Another method for avoiding the 10% penalty is to annuitize an IRA. Pursuant to this method, the owner remits a sum of money to an insurance carrier in exchange for a payment, which is guaranteed, over a specified period of time.  The duration requirement is met when the annuitant selects a payout period that will span a number of years or, in the alternative, for as long as he or she lives. With these immediate annuities, the payment amount is fixed, thus, the SEPP requirement is met. Given the current economic climate, this method makes sense because the risk of investment is transferred to the insurance company which is obligated to transfer the required payment to the annuitant.

As a general rule, money cannot be withdrawn from most employer sponsored retirement plans while the employee is still employed there. The third method, known as a Qualified Domestic Relations Order (QDRO) is an exception to this general rule.  A QDRO may be used in order to transfer funds from the 401(k) of the participant to the alternate payee’s IRA.  When the money is transferred to the IRA, it is subject to the tax-deferral benefits of a traditional IRA.

The tax code also provides that money being transferred pursuant to a QDRO may be received by the recipient spouse (i.e., alternate payee) without incurring the 10% penalty tax.  By utilizing a QDRO, the recipient will receive a lump sum of money which can be used towards the payment of bills such as college tuition, legal fees, and a down payment for a house. Further, by utilizing a QDRO, the available funds in a 401k may be split with some of the money being transferred to the spouse’s IRA and the remainder being given to the spouse.  As a caveat, any funds that are transferred directly to the spouse may not later be transferred into the spouse’s IRA, with the exception of the annual IRA contribution limit.

QDROs may be used only with employer-sponsored retirement plans and are not available for use with an IRA. Please bear in mind that not all employer-sponsored retirement plans will allow the use of a QDRO. For example, some plans will not permit lump sum payments while others are addressed by a different section of the tax code.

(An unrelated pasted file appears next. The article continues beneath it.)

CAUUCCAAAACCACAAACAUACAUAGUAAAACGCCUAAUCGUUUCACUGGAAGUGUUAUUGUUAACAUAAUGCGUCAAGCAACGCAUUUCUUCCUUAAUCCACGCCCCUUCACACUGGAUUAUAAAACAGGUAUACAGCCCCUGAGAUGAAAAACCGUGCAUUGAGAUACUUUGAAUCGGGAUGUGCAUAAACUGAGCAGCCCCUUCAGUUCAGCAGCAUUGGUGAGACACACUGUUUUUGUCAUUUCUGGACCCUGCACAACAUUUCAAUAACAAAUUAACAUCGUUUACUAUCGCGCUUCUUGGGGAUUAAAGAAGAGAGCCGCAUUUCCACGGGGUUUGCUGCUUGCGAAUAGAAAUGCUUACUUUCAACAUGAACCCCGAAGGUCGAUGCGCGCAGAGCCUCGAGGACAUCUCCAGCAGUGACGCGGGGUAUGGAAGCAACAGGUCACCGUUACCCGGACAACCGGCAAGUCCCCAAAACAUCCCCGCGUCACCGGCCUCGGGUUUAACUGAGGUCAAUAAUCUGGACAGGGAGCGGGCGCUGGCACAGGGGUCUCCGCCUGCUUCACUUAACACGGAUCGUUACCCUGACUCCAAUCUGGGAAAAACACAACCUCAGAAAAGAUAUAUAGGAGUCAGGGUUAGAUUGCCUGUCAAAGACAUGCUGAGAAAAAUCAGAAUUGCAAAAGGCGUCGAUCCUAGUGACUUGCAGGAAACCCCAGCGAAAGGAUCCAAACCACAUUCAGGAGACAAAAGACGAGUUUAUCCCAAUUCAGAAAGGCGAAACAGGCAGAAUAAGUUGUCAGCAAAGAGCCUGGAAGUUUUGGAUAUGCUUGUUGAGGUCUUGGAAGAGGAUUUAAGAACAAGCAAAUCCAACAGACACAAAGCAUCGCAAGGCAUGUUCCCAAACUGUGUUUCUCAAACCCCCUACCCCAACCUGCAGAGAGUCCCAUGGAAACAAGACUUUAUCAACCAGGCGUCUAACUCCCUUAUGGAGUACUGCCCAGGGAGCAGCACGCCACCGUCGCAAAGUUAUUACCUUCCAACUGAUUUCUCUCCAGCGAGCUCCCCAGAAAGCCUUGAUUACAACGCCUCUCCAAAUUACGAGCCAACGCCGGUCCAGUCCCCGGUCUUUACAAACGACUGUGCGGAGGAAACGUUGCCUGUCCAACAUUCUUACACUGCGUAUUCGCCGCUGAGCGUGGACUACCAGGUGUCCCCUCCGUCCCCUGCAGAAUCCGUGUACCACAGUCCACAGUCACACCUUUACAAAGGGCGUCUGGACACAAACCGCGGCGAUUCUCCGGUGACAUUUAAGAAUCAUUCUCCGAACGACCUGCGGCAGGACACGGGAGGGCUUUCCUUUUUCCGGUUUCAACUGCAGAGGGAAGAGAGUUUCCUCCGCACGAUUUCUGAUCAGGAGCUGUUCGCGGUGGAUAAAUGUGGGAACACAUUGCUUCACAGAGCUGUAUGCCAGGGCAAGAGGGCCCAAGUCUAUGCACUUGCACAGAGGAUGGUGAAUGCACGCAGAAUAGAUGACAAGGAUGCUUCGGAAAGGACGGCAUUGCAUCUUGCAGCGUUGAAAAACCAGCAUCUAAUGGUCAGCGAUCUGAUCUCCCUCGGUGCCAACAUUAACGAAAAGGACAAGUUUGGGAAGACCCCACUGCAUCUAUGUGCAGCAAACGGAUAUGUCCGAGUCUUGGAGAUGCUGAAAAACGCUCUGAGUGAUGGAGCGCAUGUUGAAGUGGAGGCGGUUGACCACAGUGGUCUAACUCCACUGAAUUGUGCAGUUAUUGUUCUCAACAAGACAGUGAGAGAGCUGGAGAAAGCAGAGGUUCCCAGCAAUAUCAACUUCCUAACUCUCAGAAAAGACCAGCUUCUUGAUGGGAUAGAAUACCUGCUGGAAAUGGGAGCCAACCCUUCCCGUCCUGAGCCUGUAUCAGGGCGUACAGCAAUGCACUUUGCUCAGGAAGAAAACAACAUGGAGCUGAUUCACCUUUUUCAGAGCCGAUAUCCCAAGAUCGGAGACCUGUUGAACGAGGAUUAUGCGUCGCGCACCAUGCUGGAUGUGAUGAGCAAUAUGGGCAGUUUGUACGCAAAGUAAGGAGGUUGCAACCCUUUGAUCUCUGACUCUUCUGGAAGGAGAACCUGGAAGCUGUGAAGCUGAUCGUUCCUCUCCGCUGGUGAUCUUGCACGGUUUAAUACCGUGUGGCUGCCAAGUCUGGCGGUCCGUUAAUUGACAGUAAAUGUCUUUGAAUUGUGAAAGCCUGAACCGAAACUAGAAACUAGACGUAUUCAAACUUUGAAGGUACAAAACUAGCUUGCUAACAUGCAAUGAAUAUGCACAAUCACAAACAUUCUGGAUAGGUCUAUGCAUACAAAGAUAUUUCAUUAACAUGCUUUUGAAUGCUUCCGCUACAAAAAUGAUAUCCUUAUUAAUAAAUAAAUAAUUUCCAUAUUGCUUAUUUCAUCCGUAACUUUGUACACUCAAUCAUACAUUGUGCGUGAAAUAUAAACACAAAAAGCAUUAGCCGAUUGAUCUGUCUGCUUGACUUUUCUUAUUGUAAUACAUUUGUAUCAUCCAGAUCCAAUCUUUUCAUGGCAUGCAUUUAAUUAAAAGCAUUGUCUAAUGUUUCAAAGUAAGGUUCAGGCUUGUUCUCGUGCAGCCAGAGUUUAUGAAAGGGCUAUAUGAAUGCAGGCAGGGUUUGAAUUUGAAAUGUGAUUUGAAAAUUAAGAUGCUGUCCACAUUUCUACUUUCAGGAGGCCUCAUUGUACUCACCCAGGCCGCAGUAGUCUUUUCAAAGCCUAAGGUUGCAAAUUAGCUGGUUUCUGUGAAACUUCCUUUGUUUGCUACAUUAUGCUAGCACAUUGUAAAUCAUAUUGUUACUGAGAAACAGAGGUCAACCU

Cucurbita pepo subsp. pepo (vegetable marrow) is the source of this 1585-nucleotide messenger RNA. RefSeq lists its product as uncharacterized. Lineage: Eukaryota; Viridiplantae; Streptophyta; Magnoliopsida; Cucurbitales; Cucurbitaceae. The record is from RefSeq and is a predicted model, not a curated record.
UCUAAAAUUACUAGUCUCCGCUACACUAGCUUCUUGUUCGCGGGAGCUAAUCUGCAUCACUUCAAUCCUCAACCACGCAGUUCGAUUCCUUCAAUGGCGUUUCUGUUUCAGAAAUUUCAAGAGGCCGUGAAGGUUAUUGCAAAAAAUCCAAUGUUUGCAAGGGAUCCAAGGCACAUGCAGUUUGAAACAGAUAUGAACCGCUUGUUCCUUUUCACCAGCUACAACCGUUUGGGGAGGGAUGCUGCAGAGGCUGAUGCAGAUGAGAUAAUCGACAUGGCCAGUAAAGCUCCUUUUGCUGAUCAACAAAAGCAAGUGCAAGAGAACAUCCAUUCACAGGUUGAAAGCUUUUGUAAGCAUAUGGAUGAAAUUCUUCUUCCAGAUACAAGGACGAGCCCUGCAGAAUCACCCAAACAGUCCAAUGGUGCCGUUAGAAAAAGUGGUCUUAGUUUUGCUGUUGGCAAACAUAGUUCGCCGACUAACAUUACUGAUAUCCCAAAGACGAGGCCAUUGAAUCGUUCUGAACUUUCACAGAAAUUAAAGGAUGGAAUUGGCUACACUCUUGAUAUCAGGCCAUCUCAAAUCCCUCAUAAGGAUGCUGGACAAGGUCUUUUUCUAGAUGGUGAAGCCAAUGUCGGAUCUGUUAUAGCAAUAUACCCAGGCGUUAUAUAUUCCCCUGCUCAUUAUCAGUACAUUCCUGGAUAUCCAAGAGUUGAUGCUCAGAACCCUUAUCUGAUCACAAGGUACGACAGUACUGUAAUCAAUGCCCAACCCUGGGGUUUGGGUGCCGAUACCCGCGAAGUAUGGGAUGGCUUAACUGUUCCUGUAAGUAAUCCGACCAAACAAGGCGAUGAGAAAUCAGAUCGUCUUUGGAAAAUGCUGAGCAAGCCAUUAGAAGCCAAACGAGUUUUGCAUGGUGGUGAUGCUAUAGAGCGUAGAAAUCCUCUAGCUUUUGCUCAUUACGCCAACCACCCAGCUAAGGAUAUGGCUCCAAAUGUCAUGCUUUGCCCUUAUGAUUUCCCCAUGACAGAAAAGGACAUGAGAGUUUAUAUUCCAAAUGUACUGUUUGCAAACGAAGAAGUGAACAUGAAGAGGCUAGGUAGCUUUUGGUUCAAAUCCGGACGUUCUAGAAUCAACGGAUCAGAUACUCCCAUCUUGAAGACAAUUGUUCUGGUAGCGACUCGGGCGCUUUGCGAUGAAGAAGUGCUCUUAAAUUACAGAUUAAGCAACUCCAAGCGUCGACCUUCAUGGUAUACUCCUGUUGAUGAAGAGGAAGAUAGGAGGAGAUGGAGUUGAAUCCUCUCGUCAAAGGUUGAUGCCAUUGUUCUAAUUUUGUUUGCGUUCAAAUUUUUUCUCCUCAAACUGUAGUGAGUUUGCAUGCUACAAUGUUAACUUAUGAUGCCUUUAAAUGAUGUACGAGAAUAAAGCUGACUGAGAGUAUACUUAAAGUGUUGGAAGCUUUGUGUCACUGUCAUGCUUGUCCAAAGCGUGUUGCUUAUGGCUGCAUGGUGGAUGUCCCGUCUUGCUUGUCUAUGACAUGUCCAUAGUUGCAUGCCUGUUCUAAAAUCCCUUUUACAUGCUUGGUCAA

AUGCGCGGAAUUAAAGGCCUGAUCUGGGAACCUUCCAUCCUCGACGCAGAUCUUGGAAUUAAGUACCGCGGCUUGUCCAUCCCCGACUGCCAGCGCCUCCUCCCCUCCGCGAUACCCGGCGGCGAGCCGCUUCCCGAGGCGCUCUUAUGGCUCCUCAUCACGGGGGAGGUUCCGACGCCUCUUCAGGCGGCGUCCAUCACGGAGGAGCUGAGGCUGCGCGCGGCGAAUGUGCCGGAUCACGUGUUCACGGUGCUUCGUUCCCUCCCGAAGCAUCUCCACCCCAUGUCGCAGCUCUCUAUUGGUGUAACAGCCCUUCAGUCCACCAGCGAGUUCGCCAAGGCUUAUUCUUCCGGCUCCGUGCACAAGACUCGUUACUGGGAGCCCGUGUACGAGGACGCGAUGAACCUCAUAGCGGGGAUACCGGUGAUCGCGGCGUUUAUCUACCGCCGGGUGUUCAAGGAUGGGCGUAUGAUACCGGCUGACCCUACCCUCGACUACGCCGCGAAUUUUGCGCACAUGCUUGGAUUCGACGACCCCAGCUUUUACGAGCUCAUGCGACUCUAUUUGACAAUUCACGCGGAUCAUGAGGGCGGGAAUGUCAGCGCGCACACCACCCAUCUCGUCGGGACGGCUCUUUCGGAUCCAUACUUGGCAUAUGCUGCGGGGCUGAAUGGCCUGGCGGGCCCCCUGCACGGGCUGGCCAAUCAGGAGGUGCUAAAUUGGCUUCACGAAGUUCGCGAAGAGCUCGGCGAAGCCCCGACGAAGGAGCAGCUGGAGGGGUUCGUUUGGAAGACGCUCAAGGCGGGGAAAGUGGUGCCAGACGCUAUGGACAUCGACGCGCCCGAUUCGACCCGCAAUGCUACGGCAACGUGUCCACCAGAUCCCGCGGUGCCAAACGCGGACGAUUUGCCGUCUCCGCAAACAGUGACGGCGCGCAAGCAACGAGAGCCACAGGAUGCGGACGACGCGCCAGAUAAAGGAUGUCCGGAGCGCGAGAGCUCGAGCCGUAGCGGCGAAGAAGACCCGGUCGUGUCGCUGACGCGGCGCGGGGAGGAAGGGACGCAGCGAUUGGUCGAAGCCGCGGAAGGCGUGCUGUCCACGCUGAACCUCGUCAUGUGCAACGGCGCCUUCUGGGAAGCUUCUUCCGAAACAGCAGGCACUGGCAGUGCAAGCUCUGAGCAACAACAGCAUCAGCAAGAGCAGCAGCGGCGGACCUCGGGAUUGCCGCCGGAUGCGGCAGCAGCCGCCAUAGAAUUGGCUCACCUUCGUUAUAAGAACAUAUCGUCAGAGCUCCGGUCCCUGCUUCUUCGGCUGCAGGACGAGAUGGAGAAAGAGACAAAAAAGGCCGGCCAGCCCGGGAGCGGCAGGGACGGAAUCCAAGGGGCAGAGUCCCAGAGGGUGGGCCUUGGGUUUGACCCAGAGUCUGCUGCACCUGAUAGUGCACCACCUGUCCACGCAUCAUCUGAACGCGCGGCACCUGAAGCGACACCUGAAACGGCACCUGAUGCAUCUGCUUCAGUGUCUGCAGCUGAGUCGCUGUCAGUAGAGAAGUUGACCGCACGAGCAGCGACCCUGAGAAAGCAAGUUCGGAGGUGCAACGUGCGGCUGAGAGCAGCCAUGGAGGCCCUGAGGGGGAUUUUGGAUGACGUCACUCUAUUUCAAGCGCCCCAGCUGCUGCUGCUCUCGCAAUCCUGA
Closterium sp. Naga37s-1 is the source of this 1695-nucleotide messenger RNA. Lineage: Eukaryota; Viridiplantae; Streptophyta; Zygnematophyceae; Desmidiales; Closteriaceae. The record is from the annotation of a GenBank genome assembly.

A final method for use in avoidance of the 10% penalty applies to employees who leave an employer after they are 55 years of age. The tax code allows these individuals to forego the age 59 rule and start receiving distributions from a 401(k) without the worry of the 10% early withdrawal penalty. In order to properly take advantage of this method, the employee must truly have separated from service. The employee may not continue to work for the sponsoring employer, even without compensation, and utilize this method.

In general, it is always prudent for clients to keep their assets sheltered from tax assessments for as long as possible.  In addition, should the retirement accounts be completely depleted by use of some of these methods, the client may find a shortfall of assets in retirement years without the luxury of time during which to replenish those accounts. Every client should discuss the above referenced options with his or her attorney prior to taking a distribution. Legal counsel will assist a client in assessing the benefits and consequences of these methods.  

Milandria King is a Senior Attorney in the Memphis, Tennessee office for Cordell & Cordell, P.C., admitted to practice law in the state of Tennessee. Additionally, Ms. King is admitted to practice before the Sixth Circuit Court of Appeals and before the United States District Court for the Western District of Tennessee. Her memberships include the American Bar Association, the Memphis Bar Association, the Tennessee Bar Association, as well as the Association for Women Attorneys.

Read more about Ms. King.